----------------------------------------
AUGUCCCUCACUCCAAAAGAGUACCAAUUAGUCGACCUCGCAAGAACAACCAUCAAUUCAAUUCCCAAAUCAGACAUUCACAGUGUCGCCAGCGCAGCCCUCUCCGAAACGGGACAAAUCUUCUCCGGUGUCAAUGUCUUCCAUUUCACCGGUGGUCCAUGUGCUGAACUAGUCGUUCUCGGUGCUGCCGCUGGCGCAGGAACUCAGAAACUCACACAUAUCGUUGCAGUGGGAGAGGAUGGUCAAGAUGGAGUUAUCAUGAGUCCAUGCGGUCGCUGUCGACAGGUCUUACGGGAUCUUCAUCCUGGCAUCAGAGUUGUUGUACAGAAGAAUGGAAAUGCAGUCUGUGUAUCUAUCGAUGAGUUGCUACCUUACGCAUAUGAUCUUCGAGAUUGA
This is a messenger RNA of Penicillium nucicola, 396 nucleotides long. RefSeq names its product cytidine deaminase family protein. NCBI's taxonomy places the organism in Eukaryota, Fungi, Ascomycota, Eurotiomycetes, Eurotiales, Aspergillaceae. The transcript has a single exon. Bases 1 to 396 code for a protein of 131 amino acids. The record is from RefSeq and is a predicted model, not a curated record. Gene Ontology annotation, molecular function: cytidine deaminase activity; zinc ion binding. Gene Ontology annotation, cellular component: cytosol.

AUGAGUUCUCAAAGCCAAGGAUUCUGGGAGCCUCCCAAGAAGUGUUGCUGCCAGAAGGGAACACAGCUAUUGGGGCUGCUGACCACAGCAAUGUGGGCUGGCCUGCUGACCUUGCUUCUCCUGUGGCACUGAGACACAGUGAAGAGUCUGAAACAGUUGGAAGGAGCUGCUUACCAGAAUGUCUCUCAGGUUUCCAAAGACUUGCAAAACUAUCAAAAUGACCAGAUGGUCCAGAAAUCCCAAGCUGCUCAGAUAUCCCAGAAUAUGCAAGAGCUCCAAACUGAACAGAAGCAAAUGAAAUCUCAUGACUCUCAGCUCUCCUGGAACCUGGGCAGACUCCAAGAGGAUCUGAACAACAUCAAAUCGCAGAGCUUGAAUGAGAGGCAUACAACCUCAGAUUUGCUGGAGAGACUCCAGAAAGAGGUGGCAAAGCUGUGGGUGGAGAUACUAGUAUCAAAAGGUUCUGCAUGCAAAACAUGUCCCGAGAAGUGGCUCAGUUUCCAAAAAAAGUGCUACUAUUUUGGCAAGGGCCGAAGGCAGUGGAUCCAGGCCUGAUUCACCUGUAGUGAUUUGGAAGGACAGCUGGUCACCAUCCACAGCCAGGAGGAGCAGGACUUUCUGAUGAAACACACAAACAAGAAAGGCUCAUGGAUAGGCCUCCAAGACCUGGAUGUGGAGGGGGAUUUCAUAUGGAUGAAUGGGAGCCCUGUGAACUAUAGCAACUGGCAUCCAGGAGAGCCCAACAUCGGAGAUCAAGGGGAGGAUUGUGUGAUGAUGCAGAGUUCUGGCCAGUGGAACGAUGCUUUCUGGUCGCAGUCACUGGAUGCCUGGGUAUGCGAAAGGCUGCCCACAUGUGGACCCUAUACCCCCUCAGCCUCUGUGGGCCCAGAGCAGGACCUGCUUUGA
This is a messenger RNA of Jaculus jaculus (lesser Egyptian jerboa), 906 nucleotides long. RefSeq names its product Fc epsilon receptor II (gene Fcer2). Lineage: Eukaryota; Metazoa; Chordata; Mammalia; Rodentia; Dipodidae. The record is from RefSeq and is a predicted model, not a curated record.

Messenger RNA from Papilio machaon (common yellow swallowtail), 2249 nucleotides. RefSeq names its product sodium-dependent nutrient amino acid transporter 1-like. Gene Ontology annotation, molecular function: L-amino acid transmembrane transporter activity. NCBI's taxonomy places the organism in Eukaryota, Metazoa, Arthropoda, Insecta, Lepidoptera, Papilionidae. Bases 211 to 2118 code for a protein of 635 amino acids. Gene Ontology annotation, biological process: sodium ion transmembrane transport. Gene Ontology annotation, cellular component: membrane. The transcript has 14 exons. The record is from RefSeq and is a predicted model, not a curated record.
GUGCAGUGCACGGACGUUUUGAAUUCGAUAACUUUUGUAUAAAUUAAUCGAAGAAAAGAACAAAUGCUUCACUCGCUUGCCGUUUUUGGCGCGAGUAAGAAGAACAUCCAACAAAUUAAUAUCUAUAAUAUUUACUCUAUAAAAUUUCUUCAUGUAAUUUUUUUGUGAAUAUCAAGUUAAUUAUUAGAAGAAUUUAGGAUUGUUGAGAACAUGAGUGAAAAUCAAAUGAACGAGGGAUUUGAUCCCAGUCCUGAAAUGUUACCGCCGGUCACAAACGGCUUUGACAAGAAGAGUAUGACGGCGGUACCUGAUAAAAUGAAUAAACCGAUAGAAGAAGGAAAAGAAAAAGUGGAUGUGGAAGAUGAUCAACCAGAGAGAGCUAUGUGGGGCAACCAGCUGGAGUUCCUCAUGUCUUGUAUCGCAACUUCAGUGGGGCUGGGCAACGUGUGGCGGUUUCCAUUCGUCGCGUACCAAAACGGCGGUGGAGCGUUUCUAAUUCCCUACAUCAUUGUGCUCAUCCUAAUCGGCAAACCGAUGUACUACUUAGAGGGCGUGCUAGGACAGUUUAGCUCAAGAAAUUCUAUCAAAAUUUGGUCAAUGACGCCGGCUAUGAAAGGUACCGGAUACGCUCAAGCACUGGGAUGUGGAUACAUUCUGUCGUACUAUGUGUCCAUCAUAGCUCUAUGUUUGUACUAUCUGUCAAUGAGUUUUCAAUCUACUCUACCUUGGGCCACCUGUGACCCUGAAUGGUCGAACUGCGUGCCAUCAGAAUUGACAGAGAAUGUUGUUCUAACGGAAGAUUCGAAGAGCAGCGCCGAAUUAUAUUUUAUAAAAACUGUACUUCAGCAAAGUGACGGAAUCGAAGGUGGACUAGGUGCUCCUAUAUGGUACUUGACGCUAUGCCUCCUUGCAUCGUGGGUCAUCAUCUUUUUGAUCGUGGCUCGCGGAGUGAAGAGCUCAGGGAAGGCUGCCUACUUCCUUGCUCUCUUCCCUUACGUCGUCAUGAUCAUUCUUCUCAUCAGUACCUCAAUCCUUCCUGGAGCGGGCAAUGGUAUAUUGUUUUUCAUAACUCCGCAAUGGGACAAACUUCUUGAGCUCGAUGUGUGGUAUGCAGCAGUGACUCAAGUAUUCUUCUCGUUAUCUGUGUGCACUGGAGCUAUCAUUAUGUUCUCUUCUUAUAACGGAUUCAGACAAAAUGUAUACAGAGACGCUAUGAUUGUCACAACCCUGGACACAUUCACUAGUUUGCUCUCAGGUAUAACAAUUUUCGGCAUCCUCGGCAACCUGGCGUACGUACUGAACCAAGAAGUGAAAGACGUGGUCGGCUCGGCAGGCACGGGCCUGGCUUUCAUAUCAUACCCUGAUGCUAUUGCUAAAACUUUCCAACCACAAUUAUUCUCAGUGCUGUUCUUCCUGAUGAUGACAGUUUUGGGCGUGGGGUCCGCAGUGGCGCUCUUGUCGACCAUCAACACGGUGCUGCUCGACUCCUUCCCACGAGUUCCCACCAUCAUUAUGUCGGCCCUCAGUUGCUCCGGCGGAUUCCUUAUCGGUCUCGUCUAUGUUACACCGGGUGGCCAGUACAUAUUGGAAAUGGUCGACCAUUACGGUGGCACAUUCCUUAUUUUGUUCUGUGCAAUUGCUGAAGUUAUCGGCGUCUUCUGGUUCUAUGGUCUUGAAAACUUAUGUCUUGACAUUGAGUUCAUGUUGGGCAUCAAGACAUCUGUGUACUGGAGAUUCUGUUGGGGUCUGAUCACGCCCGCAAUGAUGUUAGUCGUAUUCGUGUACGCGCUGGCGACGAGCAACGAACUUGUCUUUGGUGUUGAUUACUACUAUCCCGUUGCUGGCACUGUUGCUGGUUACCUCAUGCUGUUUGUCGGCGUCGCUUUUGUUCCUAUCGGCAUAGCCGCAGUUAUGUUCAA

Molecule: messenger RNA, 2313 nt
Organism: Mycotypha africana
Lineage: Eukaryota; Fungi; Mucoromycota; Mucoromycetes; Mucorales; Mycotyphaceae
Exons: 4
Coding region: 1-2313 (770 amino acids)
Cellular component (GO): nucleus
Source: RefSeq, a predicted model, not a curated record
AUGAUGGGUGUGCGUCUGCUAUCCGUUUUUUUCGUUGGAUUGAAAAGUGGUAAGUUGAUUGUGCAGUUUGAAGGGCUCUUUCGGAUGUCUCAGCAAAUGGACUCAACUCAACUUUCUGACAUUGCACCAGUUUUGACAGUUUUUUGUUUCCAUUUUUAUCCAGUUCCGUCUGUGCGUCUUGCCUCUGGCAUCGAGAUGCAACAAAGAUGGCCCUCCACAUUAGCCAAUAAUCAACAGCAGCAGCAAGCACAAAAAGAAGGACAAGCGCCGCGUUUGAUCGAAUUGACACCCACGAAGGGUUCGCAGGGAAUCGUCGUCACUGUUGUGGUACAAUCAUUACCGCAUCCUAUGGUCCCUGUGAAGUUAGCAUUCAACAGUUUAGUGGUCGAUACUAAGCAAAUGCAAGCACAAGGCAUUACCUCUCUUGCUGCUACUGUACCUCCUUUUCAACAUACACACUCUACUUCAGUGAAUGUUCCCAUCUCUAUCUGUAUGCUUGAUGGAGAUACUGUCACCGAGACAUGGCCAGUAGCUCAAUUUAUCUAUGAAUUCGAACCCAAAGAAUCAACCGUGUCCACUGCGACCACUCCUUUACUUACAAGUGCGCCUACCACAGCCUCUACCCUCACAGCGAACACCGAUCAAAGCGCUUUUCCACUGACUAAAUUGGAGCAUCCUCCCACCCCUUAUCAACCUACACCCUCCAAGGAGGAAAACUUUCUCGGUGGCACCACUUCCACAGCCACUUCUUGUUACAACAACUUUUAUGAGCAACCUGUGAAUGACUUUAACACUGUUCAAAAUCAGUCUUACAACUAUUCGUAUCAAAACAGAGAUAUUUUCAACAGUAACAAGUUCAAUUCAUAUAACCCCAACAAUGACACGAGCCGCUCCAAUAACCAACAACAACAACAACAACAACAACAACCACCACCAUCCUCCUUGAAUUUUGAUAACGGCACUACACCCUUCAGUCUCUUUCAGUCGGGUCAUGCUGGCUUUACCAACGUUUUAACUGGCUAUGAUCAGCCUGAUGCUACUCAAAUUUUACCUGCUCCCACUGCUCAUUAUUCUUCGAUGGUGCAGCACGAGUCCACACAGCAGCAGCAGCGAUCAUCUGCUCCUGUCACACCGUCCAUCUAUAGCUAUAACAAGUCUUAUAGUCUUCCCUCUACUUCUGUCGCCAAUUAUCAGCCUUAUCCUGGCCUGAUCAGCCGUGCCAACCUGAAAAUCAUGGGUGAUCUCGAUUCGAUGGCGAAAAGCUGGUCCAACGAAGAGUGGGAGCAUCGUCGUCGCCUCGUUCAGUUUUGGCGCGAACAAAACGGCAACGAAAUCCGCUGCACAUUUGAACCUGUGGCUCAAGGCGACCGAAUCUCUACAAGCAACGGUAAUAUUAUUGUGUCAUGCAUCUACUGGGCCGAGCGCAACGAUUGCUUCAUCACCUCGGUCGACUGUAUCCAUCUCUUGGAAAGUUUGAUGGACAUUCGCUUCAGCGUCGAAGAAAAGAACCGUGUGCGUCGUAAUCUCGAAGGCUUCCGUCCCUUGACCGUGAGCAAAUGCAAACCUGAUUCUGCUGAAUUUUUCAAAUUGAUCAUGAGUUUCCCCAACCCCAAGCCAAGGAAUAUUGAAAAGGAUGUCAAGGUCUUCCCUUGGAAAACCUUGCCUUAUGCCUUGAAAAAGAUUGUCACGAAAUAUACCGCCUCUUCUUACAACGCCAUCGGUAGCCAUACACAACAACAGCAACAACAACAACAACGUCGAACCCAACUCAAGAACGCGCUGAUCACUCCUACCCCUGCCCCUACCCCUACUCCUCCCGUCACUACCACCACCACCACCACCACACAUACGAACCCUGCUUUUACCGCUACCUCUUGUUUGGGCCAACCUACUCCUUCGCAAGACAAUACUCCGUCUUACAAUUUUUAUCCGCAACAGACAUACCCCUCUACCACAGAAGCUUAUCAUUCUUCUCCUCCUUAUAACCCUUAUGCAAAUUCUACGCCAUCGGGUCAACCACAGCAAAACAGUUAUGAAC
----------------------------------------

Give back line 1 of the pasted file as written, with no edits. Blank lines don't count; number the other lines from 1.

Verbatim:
AUGUCCCUCACUCCAAAAGAGUACCAAUUAGUCGACCUCGCAAGAACAACCAUCAAUUCAAUUCCCAAAUCAGACAUUCACAGUGUCGCCAGCGCAGCCCUCUCCGAAACGGGACAAAUCUUCUCCGGUGUCAAUGUCUUCCAUUUCACCGGUGGUCCAUGUGCUGAACUAGUCGUUCUCGGUGCUGCCGCUGGCGCAGGAACUCAGAAACUCACACAUAUCGUUGCAGUGGGAGAGGAUGGUCAAGAUGGAGUUAUCAUGAGUCCAUGCGGUCGCUGUCGACAGGUCUUACGGGAUCUUCAUCCUGGCAUCAGAGUUGUUGUACAGAAGAAUGGAAAUGCAGUCUGUGUAUCUAUCGAUGAGUUGCUACCUUACGCAUAUGAUCUUCGAGAUUGA